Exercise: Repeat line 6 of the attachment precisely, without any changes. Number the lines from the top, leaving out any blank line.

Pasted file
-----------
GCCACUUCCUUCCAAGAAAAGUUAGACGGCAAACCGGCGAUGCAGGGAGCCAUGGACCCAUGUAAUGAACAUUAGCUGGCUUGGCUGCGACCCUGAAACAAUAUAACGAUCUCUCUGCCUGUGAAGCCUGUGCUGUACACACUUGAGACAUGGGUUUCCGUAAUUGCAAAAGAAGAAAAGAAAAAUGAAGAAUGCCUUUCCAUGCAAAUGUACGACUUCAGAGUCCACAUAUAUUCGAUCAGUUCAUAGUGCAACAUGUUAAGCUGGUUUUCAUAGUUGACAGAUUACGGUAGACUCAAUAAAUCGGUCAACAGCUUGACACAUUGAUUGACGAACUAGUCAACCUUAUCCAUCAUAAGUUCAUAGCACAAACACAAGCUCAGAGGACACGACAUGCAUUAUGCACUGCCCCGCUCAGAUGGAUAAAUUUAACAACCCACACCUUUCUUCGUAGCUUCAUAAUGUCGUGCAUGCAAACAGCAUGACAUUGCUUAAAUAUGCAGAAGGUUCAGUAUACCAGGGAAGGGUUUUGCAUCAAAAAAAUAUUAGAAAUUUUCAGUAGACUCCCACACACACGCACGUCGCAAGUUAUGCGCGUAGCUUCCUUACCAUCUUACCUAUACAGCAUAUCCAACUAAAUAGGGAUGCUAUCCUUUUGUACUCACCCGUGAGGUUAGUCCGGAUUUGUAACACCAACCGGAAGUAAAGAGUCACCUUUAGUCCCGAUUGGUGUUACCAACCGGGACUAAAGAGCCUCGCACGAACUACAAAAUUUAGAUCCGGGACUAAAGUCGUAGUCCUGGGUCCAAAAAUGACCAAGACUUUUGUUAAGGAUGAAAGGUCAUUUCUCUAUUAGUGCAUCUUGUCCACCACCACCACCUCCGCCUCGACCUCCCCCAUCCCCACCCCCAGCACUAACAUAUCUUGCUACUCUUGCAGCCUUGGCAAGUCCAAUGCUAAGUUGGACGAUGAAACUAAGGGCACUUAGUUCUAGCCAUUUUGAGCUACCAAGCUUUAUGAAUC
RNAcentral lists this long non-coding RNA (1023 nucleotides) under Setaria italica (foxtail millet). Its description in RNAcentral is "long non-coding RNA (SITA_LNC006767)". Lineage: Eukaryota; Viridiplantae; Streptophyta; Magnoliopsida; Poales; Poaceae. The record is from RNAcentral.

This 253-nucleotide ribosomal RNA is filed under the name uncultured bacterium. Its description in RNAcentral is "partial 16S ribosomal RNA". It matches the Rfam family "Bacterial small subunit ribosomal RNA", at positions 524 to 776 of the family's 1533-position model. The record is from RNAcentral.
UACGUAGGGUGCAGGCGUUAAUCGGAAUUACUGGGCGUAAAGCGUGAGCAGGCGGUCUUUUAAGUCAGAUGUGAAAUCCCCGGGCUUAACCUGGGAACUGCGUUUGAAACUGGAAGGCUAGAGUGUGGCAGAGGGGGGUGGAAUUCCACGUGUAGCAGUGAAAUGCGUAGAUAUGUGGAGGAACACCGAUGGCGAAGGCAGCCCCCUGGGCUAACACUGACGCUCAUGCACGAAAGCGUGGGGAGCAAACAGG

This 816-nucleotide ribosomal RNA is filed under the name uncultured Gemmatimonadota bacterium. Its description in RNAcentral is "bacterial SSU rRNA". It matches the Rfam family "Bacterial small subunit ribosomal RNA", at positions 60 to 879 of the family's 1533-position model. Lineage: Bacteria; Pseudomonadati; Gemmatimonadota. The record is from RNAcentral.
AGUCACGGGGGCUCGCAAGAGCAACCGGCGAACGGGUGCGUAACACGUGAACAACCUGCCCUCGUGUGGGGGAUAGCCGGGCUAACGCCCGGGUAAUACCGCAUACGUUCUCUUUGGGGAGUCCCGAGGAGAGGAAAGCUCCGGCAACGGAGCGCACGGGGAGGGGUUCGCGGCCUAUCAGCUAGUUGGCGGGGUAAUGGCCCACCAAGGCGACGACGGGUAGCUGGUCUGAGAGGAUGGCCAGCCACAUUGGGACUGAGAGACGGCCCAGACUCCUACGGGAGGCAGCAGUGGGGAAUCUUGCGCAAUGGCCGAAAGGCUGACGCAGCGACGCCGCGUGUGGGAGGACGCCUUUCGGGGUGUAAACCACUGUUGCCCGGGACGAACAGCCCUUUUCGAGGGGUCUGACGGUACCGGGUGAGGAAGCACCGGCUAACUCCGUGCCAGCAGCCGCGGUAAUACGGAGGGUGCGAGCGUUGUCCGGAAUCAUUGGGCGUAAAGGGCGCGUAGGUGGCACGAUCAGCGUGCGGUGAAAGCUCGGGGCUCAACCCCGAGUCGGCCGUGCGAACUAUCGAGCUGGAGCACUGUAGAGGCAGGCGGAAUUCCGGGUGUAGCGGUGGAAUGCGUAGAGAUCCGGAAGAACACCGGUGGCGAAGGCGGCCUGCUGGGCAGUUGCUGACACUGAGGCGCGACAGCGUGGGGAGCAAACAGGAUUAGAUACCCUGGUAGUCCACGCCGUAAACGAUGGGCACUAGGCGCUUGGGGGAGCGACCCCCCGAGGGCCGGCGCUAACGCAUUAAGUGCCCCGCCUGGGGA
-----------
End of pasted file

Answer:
AGUCACGGGGGCUCGCAAGAGCAACCGGCGAACGGGUGCGUAACACGUGAACAACCUGCCCUCGUGUGGGGGAUAGCCGGGCUAACGCCCGGGUAAUACCGCAUACGUUCUCUUUGGGGAGUCCCGAGGAGAGGAAAGCUCCGGCAACGGAGCGCACGGGGAGGGGUUCGCGGCCUAUCAGCUAGUUGGCGGGGUAAUGGCCCACCAAGGCGACGACGGGUAGCUGGUCUGAGAGGAUGGCCAGCCACAUUGGGACUGAGAGACGGCCCAGACUCCUACGGGAGGCAGCAGUGGGGAAUCUUGCGCAAUGGCCGAAAGGCUGACGCAGCGACGCCGCGUGUGGGAGGACGCCUUUCGGGGUGUAAACCACUGUUGCCCGGGACGAACAGCCCUUUUCGAGGGGUCUGACGGUACCGGGUGAGGAAGCACCGGCUAACUCCGUGCCAGCAGCCGCGGUAAUACGGAGGGUGCGAGCGUUGUCCGGAAUCAUUGGGCGUAAAGGGCGCGUAGGUGGCACGAUCAGCGUGCGGUGAAAGCUCGGGGCUCAACCCCGAGUCGGCCGUGCGAACUAUCGAGCUGGAGCACUGUAGAGGCAGGCGGAAUUCCGGGUGUAGCGGUGGAAUGCGUAGAGAUCCGGAAGAACACCGGUGGCGAAGGCGGCCUGCUGGGCAGUUGCUGACACUGAGGCGCGACAGCGUGGGGAGCAAACAGGAUUAGAUACCCUGGUAGUCCACGCCGUAAACGAUGGGCACUAGGCGCUUGGGGGAGCGACCCCCCGAGGGCCGGCGCUAACGCAUUAAGUGCCCCGCCUGGGGA